Hygiene in the food industry
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Hygienic practices are an essential aspect of ensuring that food isfor consumption and of the quality expected or demanded by the purchaser.
The Food Standards Code (Standard 3.2.2, section 19) requires food businesses of all types to ensure that their premises, equipment, utensils etc. are cleaned and sanitised, as appropriate for the type of food contact.
Cleaning & sanitising explained
Cleaning and sanitising is usually a two-step process: cleaning first, followed by sanitising. A surface needs to be thoroughly cleaned before it is sanitised because sanitising is not effective on an unclean surface.
The Food Standards Code requires food premises to be maintained to a level of Food Standard 3.1.1]
uses detergent and physical action to remove visible matter (e.g., dust, dirt, grease). It can also result in the simultaneous removal of microorganisms, but without necessarily destroying them. Ineffective cleaning can also spread microorganisms.
An additional step ofis also required for eating and drinking utensils and food contact surfaces if there is a likelihood that they will cause food contamination. This means the application of ‘heat or chemicals, heat and chemicals, or other processes’ to reduce the number of microorganisms so that the surface or utensil does not compromise the safety or quality of the food with which it may come into contact or permit the transmission of infectious disease. (Most non-food contact surfaces are required to be clean only.)
Cleaning and sanitising products for food use
Cleaning and sanitising are usually separate activities, achieved using separate products. However, some products both clean and sanitise.
Suitable cleaning and sanitising products and procedures are essential in making sure that food contact surfaces and utensils are clean and sanitary. It is also essential that these products do not themselves make foodor for consumption.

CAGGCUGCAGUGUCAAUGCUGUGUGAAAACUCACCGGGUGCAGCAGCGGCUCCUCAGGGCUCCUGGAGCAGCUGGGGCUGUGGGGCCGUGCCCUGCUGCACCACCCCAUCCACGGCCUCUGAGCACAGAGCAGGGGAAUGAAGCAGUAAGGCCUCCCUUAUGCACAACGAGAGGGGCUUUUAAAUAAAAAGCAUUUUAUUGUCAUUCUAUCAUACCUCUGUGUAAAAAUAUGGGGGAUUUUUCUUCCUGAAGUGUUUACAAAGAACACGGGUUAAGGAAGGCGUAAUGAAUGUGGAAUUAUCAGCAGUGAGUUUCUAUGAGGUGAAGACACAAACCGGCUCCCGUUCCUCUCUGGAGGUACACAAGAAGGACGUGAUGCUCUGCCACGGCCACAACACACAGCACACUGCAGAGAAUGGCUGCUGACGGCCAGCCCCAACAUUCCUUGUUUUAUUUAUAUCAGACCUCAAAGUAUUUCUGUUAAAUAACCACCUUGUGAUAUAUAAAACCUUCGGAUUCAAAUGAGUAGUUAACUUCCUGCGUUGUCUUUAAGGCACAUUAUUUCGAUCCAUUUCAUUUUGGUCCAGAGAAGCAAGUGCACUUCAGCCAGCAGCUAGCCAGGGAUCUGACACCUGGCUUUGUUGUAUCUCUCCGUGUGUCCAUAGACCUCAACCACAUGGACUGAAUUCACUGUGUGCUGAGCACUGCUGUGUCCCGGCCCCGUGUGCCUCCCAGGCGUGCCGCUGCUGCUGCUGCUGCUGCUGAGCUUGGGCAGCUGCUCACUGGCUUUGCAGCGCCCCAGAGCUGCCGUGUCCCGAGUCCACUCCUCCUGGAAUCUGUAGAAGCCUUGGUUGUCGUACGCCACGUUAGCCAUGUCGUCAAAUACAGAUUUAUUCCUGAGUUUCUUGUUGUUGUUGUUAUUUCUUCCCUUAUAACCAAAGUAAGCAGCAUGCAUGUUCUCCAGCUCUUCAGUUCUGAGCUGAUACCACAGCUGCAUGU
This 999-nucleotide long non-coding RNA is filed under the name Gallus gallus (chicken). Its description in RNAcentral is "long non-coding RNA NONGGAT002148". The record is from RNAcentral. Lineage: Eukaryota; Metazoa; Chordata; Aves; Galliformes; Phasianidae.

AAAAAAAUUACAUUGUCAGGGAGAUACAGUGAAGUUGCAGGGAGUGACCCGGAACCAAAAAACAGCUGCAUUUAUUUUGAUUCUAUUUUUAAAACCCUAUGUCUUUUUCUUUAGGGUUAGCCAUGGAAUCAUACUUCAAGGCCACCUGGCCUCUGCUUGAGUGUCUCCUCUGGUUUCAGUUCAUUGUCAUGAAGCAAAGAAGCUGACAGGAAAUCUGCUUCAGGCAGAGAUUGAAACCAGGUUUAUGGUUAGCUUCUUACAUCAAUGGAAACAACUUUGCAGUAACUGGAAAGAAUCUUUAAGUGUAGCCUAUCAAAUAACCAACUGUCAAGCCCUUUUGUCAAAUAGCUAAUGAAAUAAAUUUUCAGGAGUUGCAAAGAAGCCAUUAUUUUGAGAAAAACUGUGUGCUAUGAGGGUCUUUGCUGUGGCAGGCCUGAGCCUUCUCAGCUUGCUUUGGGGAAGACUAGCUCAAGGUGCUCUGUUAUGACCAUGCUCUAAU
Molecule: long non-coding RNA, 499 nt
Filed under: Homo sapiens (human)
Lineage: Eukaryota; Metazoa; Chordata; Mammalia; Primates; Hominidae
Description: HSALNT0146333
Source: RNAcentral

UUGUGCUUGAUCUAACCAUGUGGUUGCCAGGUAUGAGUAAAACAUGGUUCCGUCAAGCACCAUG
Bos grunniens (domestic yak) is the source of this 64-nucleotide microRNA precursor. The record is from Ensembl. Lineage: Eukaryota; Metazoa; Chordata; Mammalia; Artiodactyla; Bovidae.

The chemical ingredients used in cleaning and sanitising products fall under the definition of Food Standard 1.1.1—10(11) effectively allows the presence of residues of cleaners and sanitisers as long as they will not cause bodily harm, distress or discomfort. While this section of the Food Standards Code is primarily aimed at packaging materials, it could also apply to residues of cleaners/sanitisers that may be on surfaces on which food is manufactured, prepared or served.. However, the presence of a contaminant does not automatically render food unsuitable as the Food Standards Code permits certain levels of some contaminants. Indeed,
What is a FitForFood cleaning or sanitising product?
There are two key aspects of a cleaner or sanitiser that is suitable for food contact applications:
- Effective cleaning and/or sanitising. In other words, it needs to be ‘fit for purpose’. It must effectively clean and/or sanitise food preparation surfaces, equipment, utensils, etc., so that these are in a clean and/or sanitary condition. This means free from physical contaminants and levels of microorganisms that could render food unsafe.
- No residue that could render the food unsafe or unsuitable. In other words, the product will not result in the transfer of any material to the food that would make it unsuitable for consumption.
The Food Standards Code does not specify how effective cleaning and sanitising is to be achieved. Therefore, it is up to individual food businesses to decide how they will achieve effective hygiene to ensure that their food products do not become unsafe or unsuitable.
Suppliers of cleaners/sanitisers to food businesses need to ensure that the products they provide for food applications are suitable and do not compromise food safety. Suppliers must effectively communicate where and how their products should be used; according to Australian Consumer Law, it is unlawful for a business to make false or misleading claims about goods or services.
Victoria’s Department of Health has produced a helpful video on cleaning and sanitising in the food industry.
The role of Food Safety Auditors
Food Safety Auditors/Officers, or Environmental Health Officers, play an essential role in food safety.
They conduct food safety audits and, if necessary, regulatory inspections at food premises to identify, evaluate and control food safety hazards. While education is usually the first course of action, sometimes enforcement may be necessary to improve compliance and safety. Sampling/testing can be applied to a final food product, at a specific point in the manufacturing process or to check that adequate food handling controls are in place during food preparation.
Food businesses may be asked for evidence that the cleaning and sanitising products they are using are effective and appropriate for how they are being used. If a cleaning/sanitising protocol is found to be acceptable by one jurisdiction it is likely to also be acceptable to others, given that one goal of the Food Standards Australia New Zealand Act 1991 (Section 3d) is consistent food safety requirements and their interpretation across Australia.